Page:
Dave Grohl: "It is one of my life's greatest heartbreaks that Kurt isn't still here"

"I think it's safe to say that he was the greatest songwriter of our generation…" Dave Grohl reflects of his legendary Nirvana bandmate Kurt Cobain.

Dave Grohl: "It is one of my life's greatest heartbreaks that Kurt isn't still here"
Emily Carter

As each member of the Foo Fighters has taken their turn to host an episode of Medicine At Midnight Radio on Apple Music Hits, frontman Dave Grohl seized the opportunity to fondly share his memories of Nirvana during his own segment, remembering his late friend and bandmate Kurt Cobain and describing him as "the greatest songwriter of our generation".

Reflecting on the release of the life-changing Nevermind in 1991, Dave recalls that the band "were still in our van and we were just watching this happen in front of us". "The shows were getting bigger," he explains. "The crowds were getting bigger. The crowds outside of the shows were bigger than the crowds inside the shows. We could see that something was happening, but we really never expected that it would turn out to be as big as it was. I don't think any of us expected that."

Detailing how he felt when the world lost Kurt and the band ended, Dave continues, "Of course, it was an incredibly challenging experience and ultimately one of the greatest heartbreaks of my life that Nirvana isn't still here today making music. Whether it would be called Nirvana or something else. It is one of my life's greatest heartbreaks that Kurt isn't still here to write more amazing songs because it's pretty clear that he was blessed with a gift. I think it's safe to say that he was the greatest songwriter of our generation. I'm very proud to say that I got to be his drummer and play those songs every night."

Read this: Nirvana's 10 best videos ranked in order of greatness

The frontman explains that he "wasn't entirely sure what to do" after Nirvana, with Foo Fighters really not in his immediate plans at all.

"I didn't necessarily want to just go join another band," Dave says. "I was in mourning and just the thought of sitting down at a drum set or playing music, it just made me very sad. It was even difficult just to turn on the radio. I kind of blocked it all out for a while, but my whole life I'd been recording songs on my own, by myself, where I play all of the instruments and I kept it a secret. I was so insecure that I didn't want anyone to hear it. I didn't like the songs. I didn't like the lyrics. I didn't like my voice, but I felt like it was necessary as some sort of creative exercise or outlet. Even when I was in Nirvana, I had a studio in my basement. My best friend from Virginia was my roommate in Seattle when Nirvana was a band and he was a recording engineer. His name's Barrett Jones and we had an eight track studio in our basement. So every once in a while, I'd say, 'Hey, I have some song ideas. Let's go down and do them.'"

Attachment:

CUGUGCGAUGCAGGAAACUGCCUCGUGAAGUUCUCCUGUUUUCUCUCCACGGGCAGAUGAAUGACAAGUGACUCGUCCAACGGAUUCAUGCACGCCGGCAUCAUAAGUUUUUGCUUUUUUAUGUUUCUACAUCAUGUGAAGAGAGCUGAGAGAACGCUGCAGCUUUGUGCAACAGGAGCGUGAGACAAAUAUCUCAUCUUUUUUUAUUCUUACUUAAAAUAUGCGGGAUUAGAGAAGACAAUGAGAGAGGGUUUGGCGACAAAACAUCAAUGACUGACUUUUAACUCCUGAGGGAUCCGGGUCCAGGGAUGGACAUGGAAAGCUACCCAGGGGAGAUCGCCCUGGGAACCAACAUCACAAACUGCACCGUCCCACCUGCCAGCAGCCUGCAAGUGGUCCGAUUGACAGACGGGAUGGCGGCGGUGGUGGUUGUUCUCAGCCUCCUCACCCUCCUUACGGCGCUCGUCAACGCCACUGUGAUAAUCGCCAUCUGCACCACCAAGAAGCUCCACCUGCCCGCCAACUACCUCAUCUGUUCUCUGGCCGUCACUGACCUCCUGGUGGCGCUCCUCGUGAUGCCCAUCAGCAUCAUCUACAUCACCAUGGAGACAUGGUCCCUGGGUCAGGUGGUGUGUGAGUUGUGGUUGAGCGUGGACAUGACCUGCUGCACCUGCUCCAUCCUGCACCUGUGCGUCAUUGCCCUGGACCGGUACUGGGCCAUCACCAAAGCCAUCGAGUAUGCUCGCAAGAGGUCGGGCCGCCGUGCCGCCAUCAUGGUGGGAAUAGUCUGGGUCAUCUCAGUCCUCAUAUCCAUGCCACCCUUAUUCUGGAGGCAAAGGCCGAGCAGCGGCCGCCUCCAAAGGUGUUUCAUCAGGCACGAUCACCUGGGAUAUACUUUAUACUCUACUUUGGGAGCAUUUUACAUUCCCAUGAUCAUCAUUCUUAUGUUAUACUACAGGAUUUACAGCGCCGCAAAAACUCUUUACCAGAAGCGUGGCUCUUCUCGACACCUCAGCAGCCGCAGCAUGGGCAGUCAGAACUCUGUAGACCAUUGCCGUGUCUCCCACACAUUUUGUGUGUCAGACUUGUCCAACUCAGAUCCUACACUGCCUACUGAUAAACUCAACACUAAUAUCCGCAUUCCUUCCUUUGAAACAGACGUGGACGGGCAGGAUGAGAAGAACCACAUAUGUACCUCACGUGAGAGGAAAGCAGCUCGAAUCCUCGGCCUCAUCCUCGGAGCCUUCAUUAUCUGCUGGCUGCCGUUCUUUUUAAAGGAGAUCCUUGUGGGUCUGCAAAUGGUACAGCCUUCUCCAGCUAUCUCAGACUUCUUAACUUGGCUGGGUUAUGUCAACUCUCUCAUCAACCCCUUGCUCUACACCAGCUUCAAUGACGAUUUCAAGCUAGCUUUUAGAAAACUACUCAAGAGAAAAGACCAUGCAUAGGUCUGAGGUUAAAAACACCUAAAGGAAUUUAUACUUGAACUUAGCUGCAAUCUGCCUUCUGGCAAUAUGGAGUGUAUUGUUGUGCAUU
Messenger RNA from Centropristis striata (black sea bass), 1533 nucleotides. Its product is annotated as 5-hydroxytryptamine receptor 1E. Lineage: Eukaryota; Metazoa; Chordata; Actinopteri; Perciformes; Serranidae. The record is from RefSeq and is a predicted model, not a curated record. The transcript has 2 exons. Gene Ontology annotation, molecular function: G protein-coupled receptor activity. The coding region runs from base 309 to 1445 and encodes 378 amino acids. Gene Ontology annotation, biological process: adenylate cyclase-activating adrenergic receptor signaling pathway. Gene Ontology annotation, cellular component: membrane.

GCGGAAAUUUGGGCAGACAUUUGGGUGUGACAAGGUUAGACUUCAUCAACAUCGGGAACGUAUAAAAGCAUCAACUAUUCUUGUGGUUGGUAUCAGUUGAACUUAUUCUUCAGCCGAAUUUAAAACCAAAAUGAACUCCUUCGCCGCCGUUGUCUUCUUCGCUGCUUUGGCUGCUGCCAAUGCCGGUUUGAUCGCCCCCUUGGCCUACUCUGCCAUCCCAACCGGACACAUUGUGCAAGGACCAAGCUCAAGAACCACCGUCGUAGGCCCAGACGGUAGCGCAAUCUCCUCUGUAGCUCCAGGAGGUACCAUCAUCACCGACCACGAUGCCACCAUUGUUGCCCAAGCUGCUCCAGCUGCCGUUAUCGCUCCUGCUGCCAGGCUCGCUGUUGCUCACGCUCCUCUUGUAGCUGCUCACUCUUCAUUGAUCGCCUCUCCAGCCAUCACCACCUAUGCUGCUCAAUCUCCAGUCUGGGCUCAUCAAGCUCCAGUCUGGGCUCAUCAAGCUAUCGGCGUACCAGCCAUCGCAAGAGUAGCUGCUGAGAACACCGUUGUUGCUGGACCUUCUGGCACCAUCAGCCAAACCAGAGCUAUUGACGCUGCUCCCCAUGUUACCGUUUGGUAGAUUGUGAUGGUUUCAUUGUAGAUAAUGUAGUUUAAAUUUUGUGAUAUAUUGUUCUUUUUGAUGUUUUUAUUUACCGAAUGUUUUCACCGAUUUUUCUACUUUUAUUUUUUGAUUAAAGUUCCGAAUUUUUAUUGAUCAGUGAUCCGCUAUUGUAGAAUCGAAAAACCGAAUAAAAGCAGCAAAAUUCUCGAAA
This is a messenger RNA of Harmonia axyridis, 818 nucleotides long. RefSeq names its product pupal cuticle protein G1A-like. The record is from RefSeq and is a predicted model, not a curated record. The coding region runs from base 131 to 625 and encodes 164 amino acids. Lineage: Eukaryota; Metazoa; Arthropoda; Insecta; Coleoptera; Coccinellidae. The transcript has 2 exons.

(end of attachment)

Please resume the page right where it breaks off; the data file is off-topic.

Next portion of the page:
Elaborating on this process and how it ultimately turned into Foos' self-titled debut album, he continues, "When I would record songs by myself, I'd play the drums first. I would sing the melody in my head. As I played the drum track, that would take four minutes, five minutes. Barrett would hit stop. I'd run into the control room, pick up a guitar, hit play on the tape, the drums would start playing and I would play over the drums, put the guitar on. That would take four or five minutes. Then I'd put a bass on. That would take four or five minutes. Maybe one more guitar and then do a vocal. In half an hour, I'd have a song. Really for no other reason than just to do it. I eventually realised that this was going to be the thing that was going to help me get out of this funk that I was in.

"Music had been saving my life, my whole life and it's what I needed," Dave adds. "Instead of just going in and recording in the basement, I decided, 'Okay, I'm going to book a week, six days at the studio down the street from my house in Seattle. I'm going to choose 13 or 14 of my favourite songs that I had recorded by myself over the last five or six years and I'm going to record them with Barrett in a 24 track studio.' We loaded in the first day and by noon, everything was good to go. By the end of that day, we had three songs. By the end of the next day, we had eight songs. By the end of the next day, we had 14 songs. Then the next few days I put vocals on them. I think we spent the last day mixing and that was that. I took those tapes to a cassette duplication place, Downtown Seattle. I said, 'Hey, can you make 100 of these?' They said, 'Yeah, sure.' I sat there picking out the colour of the insert for the cassette and the font. To me, it was one of the most exciting things I'd ever done because I truly was just doing it for the sake of doing something with no expectation and really no plan…"

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